This species is known only from the type locality, La Alegría-Sibundoy, at 2,400 m asl, in the eastern versant of the Cordillera Oriental in Provincia Sucumbíos, Ecuador (Coloma et al. 2010). Searches in the surroundings of the type locality at suitable elevations have not been able to locate this species (Coloma et al. 2010), suggesting that its extent of occurrence (EOO) is circumscribed and within 100 km2 and its occurrence is restricted to one threat-defined location.
Habitat and Ecology
It occurs in montane cloud forest (Coloma et al. 2010). There is no information on this species' ecology, although based on congener ecology it is expected to breed by larval development.
It is known only from the type series, collected in 1988 and comprised of two specimens. One intensive 40 person/hour survey conducted in 2009 at the type locality and nearby areas with suitable elevations yielded no new records (Coloma et al. 2010). Although it is difficult to infer this species' historical relative abundance based on the type series, given patterns observed in other congeners in montane areas and the results from the recent survey it is possible that this species may have experienced a population decline.
The habitat occupied by this species has been extensively deforested and replaced by intensive crop agriculture and livestock. The indiscriminate use of pesticides and urban growth are also other threats (Coloma and Duellman 2012). In addition, chytrid fungus has been found in a neighbouring area and climate change and other pathogens are suspected as possible threat factors (Coloma et al. 2010, Coloma and Duellman 2012).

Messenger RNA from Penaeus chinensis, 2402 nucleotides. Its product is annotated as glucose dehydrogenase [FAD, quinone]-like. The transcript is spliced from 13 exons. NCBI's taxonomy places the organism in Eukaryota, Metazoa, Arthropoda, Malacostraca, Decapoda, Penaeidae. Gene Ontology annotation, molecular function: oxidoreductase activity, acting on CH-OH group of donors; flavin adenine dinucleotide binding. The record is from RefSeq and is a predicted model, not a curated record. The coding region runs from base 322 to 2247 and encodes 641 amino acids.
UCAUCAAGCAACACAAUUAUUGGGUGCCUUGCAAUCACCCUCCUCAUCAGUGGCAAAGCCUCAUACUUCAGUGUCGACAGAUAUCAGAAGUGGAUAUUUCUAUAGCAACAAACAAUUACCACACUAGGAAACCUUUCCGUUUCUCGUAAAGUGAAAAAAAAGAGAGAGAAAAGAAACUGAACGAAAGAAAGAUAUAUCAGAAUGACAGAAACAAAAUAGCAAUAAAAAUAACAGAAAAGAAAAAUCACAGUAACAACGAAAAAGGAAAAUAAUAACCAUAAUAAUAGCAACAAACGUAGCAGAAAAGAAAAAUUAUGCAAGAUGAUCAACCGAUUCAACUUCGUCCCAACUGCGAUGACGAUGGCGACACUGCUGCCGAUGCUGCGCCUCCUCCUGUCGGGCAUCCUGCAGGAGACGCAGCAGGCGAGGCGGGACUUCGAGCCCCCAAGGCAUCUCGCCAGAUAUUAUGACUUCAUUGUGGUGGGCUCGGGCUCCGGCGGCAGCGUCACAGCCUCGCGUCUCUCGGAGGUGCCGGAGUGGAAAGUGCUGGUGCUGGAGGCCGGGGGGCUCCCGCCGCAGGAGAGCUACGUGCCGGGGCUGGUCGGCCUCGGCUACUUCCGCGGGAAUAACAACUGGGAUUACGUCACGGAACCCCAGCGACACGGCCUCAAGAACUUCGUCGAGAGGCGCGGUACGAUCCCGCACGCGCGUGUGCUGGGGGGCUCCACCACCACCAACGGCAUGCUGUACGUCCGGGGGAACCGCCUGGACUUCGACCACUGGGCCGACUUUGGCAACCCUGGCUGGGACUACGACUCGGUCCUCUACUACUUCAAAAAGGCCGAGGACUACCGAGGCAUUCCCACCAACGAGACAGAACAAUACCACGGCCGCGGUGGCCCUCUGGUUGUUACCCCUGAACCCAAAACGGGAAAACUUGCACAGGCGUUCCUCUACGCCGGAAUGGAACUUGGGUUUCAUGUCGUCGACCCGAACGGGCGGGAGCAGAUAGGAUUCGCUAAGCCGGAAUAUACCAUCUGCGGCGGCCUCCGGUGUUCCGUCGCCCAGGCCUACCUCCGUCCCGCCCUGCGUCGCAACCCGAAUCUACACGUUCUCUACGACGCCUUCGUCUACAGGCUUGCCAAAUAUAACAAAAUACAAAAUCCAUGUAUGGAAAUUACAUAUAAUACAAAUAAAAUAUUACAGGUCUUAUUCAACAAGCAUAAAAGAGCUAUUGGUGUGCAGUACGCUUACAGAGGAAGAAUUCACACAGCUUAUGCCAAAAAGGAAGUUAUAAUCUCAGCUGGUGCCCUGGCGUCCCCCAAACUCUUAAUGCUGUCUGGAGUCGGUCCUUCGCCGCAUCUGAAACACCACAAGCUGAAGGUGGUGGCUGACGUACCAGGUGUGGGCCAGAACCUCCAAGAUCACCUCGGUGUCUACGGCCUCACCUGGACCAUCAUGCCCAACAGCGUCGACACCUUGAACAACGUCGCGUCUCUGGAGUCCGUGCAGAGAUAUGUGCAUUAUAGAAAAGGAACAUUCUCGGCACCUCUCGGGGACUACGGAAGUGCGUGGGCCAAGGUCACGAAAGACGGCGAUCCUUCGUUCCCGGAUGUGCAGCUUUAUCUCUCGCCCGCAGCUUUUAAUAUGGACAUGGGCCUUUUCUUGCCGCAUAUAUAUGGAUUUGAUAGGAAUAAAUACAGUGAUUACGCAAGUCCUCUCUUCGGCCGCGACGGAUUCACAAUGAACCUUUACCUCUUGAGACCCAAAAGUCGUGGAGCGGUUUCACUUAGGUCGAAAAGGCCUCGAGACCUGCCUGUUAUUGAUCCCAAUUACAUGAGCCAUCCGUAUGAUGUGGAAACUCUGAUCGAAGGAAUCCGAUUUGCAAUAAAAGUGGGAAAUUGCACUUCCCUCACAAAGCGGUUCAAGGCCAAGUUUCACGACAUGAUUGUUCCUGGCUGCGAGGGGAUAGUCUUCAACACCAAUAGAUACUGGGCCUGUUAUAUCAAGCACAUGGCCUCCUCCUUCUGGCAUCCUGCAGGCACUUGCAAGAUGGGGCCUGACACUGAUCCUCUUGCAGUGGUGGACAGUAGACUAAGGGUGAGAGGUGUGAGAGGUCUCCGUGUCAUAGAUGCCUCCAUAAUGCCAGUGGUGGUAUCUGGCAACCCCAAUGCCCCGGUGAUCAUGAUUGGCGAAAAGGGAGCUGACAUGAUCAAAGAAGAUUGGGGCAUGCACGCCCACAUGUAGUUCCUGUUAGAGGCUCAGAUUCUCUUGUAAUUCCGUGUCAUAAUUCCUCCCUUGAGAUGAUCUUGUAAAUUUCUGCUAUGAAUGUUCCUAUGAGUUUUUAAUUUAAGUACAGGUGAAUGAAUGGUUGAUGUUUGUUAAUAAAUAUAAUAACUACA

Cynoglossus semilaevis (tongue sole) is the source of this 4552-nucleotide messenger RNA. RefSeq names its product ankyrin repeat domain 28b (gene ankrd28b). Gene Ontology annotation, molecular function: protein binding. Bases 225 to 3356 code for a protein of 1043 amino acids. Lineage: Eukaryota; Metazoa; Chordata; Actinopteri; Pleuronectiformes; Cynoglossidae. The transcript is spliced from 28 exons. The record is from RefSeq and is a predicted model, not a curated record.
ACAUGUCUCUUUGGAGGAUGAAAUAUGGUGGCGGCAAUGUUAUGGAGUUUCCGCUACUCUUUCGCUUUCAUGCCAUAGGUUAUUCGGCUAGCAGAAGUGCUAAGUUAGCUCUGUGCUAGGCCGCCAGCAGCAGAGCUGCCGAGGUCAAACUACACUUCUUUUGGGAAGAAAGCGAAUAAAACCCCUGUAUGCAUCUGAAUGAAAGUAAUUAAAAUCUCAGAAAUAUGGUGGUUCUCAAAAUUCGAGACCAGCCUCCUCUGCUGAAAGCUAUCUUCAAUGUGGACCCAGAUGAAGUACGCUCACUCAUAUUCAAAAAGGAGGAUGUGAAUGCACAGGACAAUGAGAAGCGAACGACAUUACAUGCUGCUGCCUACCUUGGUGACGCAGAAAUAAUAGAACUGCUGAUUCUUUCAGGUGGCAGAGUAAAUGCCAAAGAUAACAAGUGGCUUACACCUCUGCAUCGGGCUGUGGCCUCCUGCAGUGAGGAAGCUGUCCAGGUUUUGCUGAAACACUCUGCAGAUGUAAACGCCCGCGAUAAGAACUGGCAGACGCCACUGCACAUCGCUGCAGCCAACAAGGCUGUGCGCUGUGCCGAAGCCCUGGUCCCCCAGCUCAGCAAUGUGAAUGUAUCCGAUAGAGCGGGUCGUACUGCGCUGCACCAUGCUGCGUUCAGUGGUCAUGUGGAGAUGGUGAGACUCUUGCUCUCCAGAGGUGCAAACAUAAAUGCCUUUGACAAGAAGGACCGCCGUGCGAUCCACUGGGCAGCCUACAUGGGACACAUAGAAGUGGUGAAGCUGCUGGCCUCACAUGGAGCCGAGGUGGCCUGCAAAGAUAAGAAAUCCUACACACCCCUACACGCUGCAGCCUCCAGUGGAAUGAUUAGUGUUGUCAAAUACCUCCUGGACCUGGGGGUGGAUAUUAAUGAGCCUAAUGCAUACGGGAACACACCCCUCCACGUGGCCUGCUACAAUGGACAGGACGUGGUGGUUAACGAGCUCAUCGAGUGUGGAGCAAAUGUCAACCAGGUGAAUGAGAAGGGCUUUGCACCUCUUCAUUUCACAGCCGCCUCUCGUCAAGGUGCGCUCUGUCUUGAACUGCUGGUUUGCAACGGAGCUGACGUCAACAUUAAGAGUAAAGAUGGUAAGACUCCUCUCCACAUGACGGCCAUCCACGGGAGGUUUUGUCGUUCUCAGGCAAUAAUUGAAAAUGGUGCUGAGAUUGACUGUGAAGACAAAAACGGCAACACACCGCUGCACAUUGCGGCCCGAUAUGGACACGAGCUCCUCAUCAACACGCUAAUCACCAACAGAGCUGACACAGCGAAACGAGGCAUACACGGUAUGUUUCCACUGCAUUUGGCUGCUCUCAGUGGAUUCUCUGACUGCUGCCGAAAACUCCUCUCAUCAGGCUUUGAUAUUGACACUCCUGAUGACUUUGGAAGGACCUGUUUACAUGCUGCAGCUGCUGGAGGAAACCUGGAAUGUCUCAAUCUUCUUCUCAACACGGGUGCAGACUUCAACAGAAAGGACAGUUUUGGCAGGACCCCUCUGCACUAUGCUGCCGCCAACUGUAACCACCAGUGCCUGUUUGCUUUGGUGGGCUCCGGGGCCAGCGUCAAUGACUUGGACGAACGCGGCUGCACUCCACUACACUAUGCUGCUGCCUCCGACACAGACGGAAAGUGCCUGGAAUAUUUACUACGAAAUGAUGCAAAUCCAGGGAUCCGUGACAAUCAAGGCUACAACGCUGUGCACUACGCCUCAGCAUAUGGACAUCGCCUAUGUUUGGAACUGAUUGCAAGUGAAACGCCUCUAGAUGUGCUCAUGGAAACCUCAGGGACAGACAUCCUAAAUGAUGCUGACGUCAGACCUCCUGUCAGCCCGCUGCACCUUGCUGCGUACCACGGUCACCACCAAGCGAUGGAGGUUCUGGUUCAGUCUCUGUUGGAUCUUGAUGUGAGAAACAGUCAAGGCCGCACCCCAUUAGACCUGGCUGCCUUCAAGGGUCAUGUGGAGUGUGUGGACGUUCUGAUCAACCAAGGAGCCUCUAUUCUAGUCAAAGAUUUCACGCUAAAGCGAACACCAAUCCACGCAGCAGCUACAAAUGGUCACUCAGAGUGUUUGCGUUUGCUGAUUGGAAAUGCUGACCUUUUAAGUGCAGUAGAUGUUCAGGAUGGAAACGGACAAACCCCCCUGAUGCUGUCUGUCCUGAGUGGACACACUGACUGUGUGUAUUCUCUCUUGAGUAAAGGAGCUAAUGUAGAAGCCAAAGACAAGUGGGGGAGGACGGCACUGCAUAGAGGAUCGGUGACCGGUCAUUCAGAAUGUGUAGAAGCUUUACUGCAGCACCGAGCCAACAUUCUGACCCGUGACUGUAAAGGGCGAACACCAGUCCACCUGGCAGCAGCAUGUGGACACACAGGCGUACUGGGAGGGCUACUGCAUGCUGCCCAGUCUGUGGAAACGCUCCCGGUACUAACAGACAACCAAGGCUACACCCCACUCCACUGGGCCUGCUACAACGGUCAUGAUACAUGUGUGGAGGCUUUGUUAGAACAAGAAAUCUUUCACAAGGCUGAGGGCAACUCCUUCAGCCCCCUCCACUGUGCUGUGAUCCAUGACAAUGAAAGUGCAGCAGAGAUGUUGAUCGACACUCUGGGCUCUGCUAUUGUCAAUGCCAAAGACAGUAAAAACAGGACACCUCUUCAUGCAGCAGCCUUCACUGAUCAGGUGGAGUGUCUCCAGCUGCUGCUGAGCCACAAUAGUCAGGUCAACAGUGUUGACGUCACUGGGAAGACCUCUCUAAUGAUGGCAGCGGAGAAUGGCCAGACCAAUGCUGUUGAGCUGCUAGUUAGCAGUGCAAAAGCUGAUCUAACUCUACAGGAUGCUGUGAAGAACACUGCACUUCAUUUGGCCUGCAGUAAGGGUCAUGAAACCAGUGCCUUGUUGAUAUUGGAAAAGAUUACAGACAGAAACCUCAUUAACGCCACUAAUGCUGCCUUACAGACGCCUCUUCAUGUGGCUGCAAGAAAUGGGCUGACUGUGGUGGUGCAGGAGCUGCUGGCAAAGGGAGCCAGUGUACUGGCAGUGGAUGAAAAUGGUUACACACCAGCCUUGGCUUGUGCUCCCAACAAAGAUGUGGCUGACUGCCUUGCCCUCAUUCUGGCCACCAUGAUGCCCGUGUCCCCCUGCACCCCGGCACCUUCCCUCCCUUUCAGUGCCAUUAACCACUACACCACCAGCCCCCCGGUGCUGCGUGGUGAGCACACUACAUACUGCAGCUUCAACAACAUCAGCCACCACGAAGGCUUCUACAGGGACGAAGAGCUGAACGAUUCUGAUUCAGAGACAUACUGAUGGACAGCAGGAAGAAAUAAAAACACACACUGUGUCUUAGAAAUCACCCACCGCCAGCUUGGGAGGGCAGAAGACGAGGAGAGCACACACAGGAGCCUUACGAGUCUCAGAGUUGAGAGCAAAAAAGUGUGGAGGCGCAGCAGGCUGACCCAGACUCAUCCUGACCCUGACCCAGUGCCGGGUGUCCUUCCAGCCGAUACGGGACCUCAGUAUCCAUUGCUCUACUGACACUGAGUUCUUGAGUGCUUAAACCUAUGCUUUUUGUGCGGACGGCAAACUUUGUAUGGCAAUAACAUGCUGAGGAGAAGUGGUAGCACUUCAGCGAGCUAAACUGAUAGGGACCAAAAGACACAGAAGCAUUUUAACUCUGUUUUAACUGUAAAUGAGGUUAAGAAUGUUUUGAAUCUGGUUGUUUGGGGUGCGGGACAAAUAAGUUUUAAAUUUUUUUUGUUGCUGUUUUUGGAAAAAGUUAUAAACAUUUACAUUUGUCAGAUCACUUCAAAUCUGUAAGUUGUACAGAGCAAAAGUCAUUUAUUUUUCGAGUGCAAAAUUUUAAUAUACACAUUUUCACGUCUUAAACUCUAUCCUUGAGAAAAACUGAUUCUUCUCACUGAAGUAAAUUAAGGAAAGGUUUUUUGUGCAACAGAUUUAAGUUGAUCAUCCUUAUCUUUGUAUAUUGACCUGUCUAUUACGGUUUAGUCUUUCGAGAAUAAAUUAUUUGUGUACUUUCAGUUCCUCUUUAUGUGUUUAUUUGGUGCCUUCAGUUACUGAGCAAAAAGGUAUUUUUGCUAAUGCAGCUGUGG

It is not known to occur in any protected areas. Further surveys of its type locality and surrounding areas in northern Ecuador are urgently required to determine if this species is still extant.
Red List Status
Critically Endangered (CR)
Listed as Critically Endangered given that its extent of occurrence (EOO) is considered to be circumscribed to within 100 km2, it is only known from a single threat-defined location, and there is a continuing decline in its montane forest habitat in northern Ecuador.
IUCN SSC Amphibian Specialist Group, 2013. Atelopus orcesi. The IUCN Red List of Threatened Species 2013: e.T18435530A18606988. http://dx.doi.org/10.2305/IUCN.UK.2013-1.RLTS.T18435530A18606988.en